Mengshin Lin
President and CEO Kwang-Wu Kim listens as Senior Vice President and Provost Marcella David discusses how the suspension of in-person classes will impact instruction.


While students and faculty are able to work remotely for the most part, David said the college is still assessing whether or not all staff will be required to work on campus.

As long as city officials deem it safe, David said it is likely those who are not infected or at risk of serious illness due to pre-existing conditions will be asked to come to campus.

“The environment for our faculty and staff is already enhanced by reducing the number of students and classes that we have operating in the buildings,” David said.

The University of Illinois at Chicago, DePaul University, Northeastern Illinois University and the School of the Art Institute of Chicago are also requiring staff and faculty members to report to campus for work.


Vice President for Student Affairs Sharon Wilson-Taylor said students should call the Health Center to discuss whether or not they have coronavirus symptoms before going in person.

If students are experiencing symptoms of the coronavirus—including fever, a dry cough and shortness of breath—they should seek testing and medical attention from other clinics prepared to test for the virus as the college’s Health Center does not have test kits, Wilson-Taylor said.

To further prevent the virus from spreading, the college stated in the Thursday announcement it will conduct a “deep cleaning” of all on-campus facilities.

Kim said this cleaning process will focus more attention, time and resources onareas people are likely to touch, such as doorknobs and elevator buttons. There will be an increase in cleaning crews using disinfectants recommended by the Centers for Disease Control and Prevention.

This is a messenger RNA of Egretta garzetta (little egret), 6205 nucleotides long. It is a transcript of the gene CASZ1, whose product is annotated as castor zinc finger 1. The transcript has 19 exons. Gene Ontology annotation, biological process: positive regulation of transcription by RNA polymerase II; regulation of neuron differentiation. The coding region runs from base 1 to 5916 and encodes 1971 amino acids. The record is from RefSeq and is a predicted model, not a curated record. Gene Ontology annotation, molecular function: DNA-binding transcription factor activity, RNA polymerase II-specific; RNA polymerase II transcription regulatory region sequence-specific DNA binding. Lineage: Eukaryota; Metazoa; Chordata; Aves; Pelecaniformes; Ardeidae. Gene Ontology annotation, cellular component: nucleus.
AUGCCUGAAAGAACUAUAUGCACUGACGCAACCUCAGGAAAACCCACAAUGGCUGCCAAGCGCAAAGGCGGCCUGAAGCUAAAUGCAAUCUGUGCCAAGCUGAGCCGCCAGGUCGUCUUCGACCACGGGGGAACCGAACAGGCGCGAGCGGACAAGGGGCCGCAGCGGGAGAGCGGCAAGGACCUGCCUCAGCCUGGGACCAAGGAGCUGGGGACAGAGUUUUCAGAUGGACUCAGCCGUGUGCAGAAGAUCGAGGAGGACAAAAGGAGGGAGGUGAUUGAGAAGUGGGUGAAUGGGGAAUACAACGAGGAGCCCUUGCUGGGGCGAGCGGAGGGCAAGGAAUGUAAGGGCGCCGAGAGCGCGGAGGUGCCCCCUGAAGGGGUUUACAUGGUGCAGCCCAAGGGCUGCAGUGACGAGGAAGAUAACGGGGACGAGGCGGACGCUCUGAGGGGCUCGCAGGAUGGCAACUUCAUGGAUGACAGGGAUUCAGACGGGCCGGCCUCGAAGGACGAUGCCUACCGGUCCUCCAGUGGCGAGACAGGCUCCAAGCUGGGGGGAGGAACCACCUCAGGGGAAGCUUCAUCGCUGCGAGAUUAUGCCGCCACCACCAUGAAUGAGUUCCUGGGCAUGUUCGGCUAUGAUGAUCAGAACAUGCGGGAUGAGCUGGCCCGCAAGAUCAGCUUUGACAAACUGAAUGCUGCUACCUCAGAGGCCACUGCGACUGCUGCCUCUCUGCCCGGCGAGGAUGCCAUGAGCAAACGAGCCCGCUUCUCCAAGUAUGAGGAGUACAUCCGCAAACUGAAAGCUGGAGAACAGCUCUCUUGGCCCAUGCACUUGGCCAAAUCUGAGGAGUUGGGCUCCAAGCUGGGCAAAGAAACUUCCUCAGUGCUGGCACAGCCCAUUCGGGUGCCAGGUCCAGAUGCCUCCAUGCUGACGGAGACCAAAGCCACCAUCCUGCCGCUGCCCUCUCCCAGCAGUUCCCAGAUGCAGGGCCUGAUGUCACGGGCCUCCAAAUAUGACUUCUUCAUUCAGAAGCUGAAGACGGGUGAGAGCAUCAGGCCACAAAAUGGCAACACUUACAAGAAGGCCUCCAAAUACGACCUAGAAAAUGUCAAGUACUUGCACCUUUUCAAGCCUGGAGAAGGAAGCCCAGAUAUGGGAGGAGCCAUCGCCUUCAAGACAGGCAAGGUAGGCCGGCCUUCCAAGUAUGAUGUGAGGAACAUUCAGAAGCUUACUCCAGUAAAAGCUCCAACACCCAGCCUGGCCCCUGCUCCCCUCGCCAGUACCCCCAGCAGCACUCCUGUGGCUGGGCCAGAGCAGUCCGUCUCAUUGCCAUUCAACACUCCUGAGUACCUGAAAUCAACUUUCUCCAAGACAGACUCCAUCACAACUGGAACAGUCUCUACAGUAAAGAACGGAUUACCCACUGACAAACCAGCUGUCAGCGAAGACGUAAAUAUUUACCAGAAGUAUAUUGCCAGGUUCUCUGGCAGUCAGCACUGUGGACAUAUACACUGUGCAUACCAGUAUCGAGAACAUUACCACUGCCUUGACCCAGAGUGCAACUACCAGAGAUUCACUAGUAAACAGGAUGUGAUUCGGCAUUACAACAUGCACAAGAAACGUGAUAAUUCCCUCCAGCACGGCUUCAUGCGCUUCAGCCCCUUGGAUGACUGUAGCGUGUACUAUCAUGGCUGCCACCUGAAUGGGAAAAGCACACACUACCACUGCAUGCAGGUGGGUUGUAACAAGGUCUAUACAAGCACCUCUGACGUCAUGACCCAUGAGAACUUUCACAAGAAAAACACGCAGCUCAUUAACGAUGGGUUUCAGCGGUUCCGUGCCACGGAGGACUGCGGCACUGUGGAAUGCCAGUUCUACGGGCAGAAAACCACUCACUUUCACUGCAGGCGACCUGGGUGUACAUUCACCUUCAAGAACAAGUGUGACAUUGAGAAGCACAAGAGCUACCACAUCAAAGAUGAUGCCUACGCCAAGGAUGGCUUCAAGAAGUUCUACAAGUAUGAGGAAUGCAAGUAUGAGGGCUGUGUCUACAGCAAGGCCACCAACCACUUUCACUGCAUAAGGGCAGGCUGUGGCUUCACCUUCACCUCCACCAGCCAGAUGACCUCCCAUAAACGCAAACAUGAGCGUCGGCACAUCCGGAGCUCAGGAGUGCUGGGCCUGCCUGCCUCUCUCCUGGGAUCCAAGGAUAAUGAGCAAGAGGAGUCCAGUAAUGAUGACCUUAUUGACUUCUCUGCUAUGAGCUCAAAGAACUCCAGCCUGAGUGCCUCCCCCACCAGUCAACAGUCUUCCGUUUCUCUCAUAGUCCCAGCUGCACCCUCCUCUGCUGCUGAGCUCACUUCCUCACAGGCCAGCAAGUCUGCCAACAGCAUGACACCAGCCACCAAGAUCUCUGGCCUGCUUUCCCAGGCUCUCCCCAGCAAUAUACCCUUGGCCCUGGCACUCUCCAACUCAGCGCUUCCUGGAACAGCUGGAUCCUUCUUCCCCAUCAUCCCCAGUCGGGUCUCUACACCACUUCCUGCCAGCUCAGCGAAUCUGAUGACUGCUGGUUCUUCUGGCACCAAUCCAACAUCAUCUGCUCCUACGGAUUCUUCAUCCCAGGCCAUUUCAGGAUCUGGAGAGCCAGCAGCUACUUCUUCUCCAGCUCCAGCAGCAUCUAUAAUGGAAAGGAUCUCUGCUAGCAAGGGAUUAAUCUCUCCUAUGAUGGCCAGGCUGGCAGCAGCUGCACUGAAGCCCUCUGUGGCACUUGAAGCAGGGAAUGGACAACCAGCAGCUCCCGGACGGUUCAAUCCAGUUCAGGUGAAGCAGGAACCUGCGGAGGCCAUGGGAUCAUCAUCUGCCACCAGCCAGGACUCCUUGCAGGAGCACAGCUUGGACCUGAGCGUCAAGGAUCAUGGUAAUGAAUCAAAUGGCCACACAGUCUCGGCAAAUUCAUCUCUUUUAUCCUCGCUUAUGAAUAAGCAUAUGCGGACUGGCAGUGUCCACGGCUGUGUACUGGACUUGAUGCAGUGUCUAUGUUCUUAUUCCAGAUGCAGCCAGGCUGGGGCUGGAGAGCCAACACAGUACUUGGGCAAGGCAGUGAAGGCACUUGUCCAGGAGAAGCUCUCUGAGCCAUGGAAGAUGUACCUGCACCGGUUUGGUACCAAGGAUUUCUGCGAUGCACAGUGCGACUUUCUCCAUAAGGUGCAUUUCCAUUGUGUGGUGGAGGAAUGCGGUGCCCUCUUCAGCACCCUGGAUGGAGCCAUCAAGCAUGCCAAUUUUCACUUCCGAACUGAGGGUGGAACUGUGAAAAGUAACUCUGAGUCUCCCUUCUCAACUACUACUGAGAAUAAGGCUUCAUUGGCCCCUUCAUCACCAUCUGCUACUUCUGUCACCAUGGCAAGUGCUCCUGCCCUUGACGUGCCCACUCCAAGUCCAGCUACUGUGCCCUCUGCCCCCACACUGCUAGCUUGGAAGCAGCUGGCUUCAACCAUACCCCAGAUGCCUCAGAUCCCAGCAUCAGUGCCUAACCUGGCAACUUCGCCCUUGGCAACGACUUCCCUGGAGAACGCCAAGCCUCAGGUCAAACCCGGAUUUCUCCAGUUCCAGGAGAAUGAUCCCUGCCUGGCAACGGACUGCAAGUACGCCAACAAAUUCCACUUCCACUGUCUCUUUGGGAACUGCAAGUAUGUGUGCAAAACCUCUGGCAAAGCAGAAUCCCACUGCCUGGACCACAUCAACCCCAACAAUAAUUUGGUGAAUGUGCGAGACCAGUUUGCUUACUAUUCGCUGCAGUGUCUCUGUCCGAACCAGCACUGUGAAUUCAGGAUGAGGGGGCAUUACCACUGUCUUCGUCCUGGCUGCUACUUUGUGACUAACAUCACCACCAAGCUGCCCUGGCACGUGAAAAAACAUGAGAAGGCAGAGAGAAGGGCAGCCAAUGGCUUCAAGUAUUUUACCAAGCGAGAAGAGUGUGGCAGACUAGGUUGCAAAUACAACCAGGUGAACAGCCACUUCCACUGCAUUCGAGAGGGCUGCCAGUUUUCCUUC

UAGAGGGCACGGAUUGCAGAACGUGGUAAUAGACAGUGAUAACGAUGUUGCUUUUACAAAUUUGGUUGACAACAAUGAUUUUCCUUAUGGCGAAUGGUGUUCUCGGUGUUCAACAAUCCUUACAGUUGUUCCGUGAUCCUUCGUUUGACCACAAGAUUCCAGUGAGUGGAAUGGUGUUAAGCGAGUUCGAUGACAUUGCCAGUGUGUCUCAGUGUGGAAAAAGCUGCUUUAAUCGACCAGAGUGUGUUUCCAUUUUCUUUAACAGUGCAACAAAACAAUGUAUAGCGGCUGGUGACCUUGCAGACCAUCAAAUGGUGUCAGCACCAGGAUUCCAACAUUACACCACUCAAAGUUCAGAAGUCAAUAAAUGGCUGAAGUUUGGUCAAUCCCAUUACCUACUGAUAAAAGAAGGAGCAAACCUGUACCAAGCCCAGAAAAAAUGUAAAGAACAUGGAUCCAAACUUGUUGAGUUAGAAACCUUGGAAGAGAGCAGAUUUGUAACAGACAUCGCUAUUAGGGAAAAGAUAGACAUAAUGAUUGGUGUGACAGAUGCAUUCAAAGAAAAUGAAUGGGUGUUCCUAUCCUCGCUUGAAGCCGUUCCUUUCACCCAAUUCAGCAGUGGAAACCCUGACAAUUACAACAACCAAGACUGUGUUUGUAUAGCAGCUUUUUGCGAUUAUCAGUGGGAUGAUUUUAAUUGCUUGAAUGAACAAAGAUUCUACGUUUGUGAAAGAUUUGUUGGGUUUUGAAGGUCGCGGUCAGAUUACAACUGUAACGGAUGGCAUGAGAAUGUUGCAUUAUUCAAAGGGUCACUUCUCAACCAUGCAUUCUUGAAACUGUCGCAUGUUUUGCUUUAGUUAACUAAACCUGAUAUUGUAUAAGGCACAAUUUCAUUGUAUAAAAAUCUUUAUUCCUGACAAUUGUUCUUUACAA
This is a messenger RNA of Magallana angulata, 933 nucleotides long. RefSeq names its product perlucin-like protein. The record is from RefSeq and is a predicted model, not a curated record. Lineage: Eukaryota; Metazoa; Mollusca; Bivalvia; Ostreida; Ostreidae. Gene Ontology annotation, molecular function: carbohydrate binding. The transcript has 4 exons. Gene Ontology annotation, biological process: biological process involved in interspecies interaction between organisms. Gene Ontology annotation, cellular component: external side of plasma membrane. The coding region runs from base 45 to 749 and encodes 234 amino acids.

Wilson-Taylor said dorm buildings will also undergo cleaning by outside agencies.

Mengshin Lin
(From left) President and CEO Kwang-Wu Kim, Senior Vice President and Provost Marcella David and Chief of Staff Laurent Pernot discuss the college’s ongoing response to the coronavirus outbreak, which has been classified by President Donald Trump as a “national emergency.”

The impact

Kim and Pernot said the suspension of in-person courses should not affect college finances as facilities will stay open, though David said some additional expenses may develop because of extra work through transitioning classes to an online format.

Kim said there are no current indications the college will suffer drops in enrollment and recruitment, although tours have been canceled for the next three weeks.

While the college plans to proceed with summer study abroad programs for now, a final decision will be made in April.

David said course registration will continue as usual.

Kim said the college is still making a decision on whether or not to hold Manifest or commencement.

“Yesterday a student said, ‘Can you guarantee that I’ll be crossing the stage this year?’ and I said, ‘I can’t right now, because we just don’t know,’” Kim said. “As a school, the last thing we would want is anything to get in the way of Manifest or commencement, but right now we’re in wait-and-see mode.”

David and Pernot said they will be “flexible” so seniors will still receive full course credits and graduate at the end of the semester.

“We’re gonna keep working on this,” Kim said.”I know we’re not perfect yet. Think of this as a project that we’re working on together.”